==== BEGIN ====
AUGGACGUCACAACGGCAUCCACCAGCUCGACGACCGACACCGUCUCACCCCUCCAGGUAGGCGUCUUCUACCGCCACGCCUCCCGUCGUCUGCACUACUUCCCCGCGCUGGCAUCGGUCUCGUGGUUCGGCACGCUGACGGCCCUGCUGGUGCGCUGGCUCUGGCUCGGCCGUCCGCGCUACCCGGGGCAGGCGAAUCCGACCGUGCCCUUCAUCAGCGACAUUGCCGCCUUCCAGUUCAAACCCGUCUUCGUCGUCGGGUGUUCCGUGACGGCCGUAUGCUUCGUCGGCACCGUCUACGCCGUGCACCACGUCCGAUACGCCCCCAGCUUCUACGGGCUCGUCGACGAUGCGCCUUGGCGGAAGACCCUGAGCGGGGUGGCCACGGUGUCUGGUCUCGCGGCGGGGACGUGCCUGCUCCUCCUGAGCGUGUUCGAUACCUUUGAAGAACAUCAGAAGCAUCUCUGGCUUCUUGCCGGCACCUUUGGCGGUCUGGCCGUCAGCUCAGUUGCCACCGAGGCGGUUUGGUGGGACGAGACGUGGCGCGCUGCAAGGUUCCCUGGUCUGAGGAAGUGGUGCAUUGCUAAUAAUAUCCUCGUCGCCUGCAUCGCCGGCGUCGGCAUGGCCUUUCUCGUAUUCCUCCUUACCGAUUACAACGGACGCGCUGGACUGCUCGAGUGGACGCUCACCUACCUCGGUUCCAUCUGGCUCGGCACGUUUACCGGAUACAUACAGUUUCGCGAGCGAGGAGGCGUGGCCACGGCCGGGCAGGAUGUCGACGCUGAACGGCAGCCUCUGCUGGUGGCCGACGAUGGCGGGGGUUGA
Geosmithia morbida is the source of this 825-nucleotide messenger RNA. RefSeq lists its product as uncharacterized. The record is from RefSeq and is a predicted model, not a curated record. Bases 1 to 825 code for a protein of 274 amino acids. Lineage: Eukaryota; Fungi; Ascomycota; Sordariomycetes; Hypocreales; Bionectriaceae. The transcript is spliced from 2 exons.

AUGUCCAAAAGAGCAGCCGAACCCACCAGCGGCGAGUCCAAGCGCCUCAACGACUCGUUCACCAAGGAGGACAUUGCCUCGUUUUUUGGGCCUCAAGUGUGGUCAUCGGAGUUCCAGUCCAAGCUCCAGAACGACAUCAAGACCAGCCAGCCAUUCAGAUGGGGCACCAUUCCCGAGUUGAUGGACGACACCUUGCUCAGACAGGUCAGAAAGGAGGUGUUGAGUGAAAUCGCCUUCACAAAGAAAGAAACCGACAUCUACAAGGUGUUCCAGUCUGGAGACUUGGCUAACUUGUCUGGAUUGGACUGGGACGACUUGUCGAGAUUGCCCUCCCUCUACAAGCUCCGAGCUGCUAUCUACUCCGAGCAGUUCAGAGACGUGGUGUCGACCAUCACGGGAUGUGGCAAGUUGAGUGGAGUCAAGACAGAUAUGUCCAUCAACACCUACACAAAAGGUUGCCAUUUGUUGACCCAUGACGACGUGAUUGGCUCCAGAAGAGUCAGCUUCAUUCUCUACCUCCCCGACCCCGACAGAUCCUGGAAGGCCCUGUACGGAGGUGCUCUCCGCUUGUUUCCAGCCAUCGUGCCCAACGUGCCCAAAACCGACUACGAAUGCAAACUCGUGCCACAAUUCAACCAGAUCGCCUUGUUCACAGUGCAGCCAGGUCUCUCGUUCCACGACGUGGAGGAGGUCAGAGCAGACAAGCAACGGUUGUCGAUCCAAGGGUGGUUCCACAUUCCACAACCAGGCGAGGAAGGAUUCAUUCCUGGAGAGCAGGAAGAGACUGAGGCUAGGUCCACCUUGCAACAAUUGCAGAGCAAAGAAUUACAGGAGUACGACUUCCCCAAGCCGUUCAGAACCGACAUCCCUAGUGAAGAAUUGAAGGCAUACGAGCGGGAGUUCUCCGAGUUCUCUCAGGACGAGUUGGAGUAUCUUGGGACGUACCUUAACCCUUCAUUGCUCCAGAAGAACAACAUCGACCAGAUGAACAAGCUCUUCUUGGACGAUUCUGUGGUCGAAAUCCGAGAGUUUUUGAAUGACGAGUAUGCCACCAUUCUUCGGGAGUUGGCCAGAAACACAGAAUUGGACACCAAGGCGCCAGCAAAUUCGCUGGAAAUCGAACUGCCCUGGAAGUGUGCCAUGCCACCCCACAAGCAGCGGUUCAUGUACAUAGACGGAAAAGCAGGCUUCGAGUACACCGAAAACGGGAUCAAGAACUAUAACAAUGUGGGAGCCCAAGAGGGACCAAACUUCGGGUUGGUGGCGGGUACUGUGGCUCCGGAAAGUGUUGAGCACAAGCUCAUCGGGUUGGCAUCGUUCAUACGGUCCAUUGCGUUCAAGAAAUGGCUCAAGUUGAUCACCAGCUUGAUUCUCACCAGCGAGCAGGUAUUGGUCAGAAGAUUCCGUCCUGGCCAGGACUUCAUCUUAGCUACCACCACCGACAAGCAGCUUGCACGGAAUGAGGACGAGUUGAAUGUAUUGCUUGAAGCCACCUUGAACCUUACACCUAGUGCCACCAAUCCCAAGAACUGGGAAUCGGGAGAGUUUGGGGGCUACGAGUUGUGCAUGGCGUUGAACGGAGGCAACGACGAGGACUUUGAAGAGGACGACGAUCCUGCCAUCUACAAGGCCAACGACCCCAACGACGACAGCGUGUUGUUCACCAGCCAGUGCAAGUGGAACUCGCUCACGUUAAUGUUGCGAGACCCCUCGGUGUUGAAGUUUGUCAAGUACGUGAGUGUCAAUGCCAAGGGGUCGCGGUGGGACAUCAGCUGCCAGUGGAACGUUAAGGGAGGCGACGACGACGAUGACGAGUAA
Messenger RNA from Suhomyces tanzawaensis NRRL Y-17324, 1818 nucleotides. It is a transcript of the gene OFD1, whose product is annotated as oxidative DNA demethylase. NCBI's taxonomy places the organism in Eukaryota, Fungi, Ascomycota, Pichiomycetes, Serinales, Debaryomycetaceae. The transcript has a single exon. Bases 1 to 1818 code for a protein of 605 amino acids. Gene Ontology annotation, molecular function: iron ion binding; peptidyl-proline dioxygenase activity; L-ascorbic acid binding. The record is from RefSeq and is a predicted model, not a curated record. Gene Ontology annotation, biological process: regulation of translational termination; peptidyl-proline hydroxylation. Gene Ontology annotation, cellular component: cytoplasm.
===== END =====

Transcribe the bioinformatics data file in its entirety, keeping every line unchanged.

AUGGACGUCACAACGGCAUCCACCAGCUCGACGACCGACACCGUCUCACCCCUCCAGGUAGGCGUCUUCUACCGCCACGCCUCCCGUCGUCUGCACUACUUCCCCGCGCUGGCAUCGGUCUCGUGGUUCGGCACGCUGACGGCCCUGCUGGUGCGCUGGCUCUGGCUCGGCCGUCCGCGCUACCCGGGGCAGGCGAAUCCGACCGUGCCCUUCAUCAGCGACAUUGCCGCCUUCCAGUUCAAACCCGUCUUCGUCGUCGGGUGUUCCGUGACGGCCGUAUGCUUCGUCGGCACCGUCUACGCCGUGCACCACGUCCGAUACGCCCCCAGCUUCUACGGGCUCGUCGACGAUGCGCCUUGGCGGAAGACCCUGAGCGGGGUGGCCACGGUGUCUGGUCUCGCGGCGGGGACGUGCCUGCUCCUCCUGAGCGUGUUCGAUACCUUUGAAGAACAUCAGAAGCAUCUCUGGCUUCUUGCCGGCACCUUUGGCGGUCUGGCCGUCAGCUCAGUUGCCACCGAGGCGGUUUGGUGGGACGAGACGUGGCGCGCUGCAAGGUUCCCUGGUCUGAGGAAGUGGUGCAUUGCUAAUAAUAUCCUCGUCGCCUGCAUCGCCGGCGUCGGCAUGGCCUUUCUCGUAUUCCUCCUUACCGAUUACAACGGACGCGCUGGACUGCUCGAGUGGACGCUCACCUACCUCGGUUCCAUCUGGCUCGGCACGUUUACCGGAUACAUACAGUUUCGCGAGCGAGGAGGCGUGGCCACGGCCGGGCAGGAUGUCGACGCUGAACGGCAGCCUCUGCUGGUGGCCGACGAUGGCGGGGGUUGA
Geosmithia morbida is the source of this 825-nucleotide messenger RNA. RefSeq lists its product as uncharacterized. The record is from RefSeq and is a predicted model, not a curated record. Bases 1 to 825 code for a protein of 274 amino acids. Lineage: Eukaryota; Fungi; Ascomycota; Sordariomycetes; Hypocreales; Bionectriaceae. The transcript is spliced from 2 exons.

AUGUCCAAAAGAGCAGCCGAACCCACCAGCGGCGAGUCCAAGCGCCUCAACGACUCGUUCACCAAGGAGGACAUUGCCUCGUUUUUUGGGCCUCAAGUGUGGUCAUCGGAGUUCCAGUCCAAGCUCCAGAACGACAUCAAGACCAGCCAGCCAUUCAGAUGGGGCACCAUUCCCGAGUUGAUGGACGACACCUUGCUCAGACAGGUCAGAAAGGAGGUGUUGAGUGAAAUCGCCUUCACAAAGAAAGAAACCGACAUCUACAAGGUGUUCCAGUCUGGAGACUUGGCUAACUUGUCUGGAUUGGACUGGGACGACUUGUCGAGAUUGCCCUCCCUCUACAAGCUCCGAGCUGCUAUCUACUCCGAGCAGUUCAGAGACGUGGUGUCGACCAUCACGGGAUGUGGCAAGUUGAGUGGAGUCAAGACAGAUAUGUCCAUCAACACCUACACAAAAGGUUGCCAUUUGUUGACCCAUGACGACGUGAUUGGCUCCAGAAGAGUCAGCUUCAUUCUCUACCUCCCCGACCCCGACAGAUCCUGGAAGGCCCUGUACGGAGGUGCUCUCCGCUUGUUUCCAGCCAUCGUGCCCAACGUGCCCAAAACCGACUACGAAUGCAAACUCGUGCCACAAUUCAACCAGAUCGCCUUGUUCACAGUGCAGCCAGGUCUCUCGUUCCACGACGUGGAGGAGGUCAGAGCAGACAAGCAACGGUUGUCGAUCCAAGGGUGGUUCCACAUUCCACAACCAGGCGAGGAAGGAUUCAUUCCUGGAGAGCAGGAAGAGACUGAGGCUAGGUCCACCUUGCAACAAUUGCAGAGCAAAGAAUUACAGGAGUACGACUUCCCCAAGCCGUUCAGAACCGACAUCCCUAGUGAAGAAUUGAAGGCAUACGAGCGGGAGUUCUCCGAGUUCUCUCAGGACGAGUUGGAGUAUCUUGGGACGUACCUUAACCCUUCAUUGCUCCAGAAGAACAACAUCGACCAGAUGAACAAGCUCUUCUUGGACGAUUCUGUGGUCGAAAUCCGAGAGUUUUUGAAUGACGAGUAUGCCACCAUUCUUCGGGAGUUGGCCAGAAACACAGAAUUGGACACCAAGGCGCCAGCAAAUUCGCUGGAAAUCGAACUGCCCUGGAAGUGUGCCAUGCCACCCCACAAGCAGCGGUUCAUGUACAUAGACGGAAAAGCAGGCUUCGAGUACACCGAAAACGGGAUCAAGAACUAUAACAAUGUGGGAGCCCAAGAGGGACCAAACUUCGGGUUGGUGGCGGGUACUGUGGCUCCGGAAAGUGUUGAGCACAAGCUCAUCGGGUUGGCAUCGUUCAUACGGUCCAUUGCGUUCAAGAAAUGGCUCAAGUUGAUCACCAGCUUGAUUCUCACCAGCGAGCAGGUAUUGGUCAGAAGAUUCCGUCCUGGCCAGGACUUCAUCUUAGCUACCACCACCGACAAGCAGCUUGCACGGAAUGAGGACGAGUUGAAUGUAUUGCUUGAAGCCACCUUGAACCUUACACCUAGUGCCACCAAUCCCAAGAACUGGGAAUCGGGAGAGUUUGGGGGCUACGAGUUGUGCAUGGCGUUGAACGGAGGCAACGACGAGGACUUUGAAGAGGACGACGAUCCUGCCAUCUACAAGGCCAACGACCCCAACGACGACAGCGUGUUGUUCACCAGCCAGUGCAAGUGGAACUCGCUCACGUUAAUGUUGCGAGACCCCUCGGUGUUGAAGUUUGUCAAGUACGUGAGUGUCAAUGCCAAGGGGUCGCGGUGGGACAUCAGCUGCCAGUGGAACGUUAAGGGAGGCGACGACGACGAUGACGAGUAA
Messenger RNA from Suhomyces tanzawaensis NRRL Y-17324, 1818 nucleotides. It is a transcript of the gene OFD1, whose product is annotated as oxidative DNA demethylase. NCBI's taxonomy places the organism in Eukaryota, Fungi, Ascomycota, Pichiomycetes, Serinales, Debaryomycetaceae. The transcript has a single exon. Bases 1 to 1818 code for a protein of 605 amino acids. Gene Ontology annotation, molecular function: iron ion binding; peptidyl-proline dioxygenase activity; L-ascorbic acid binding. The record is from RefSeq and is a predicted model, not a curated record. Gene Ontology annotation, biological process: regulation of translational termination; peptidyl-proline hydroxylation. Gene Ontology annotation, cellular component: cytoplasm.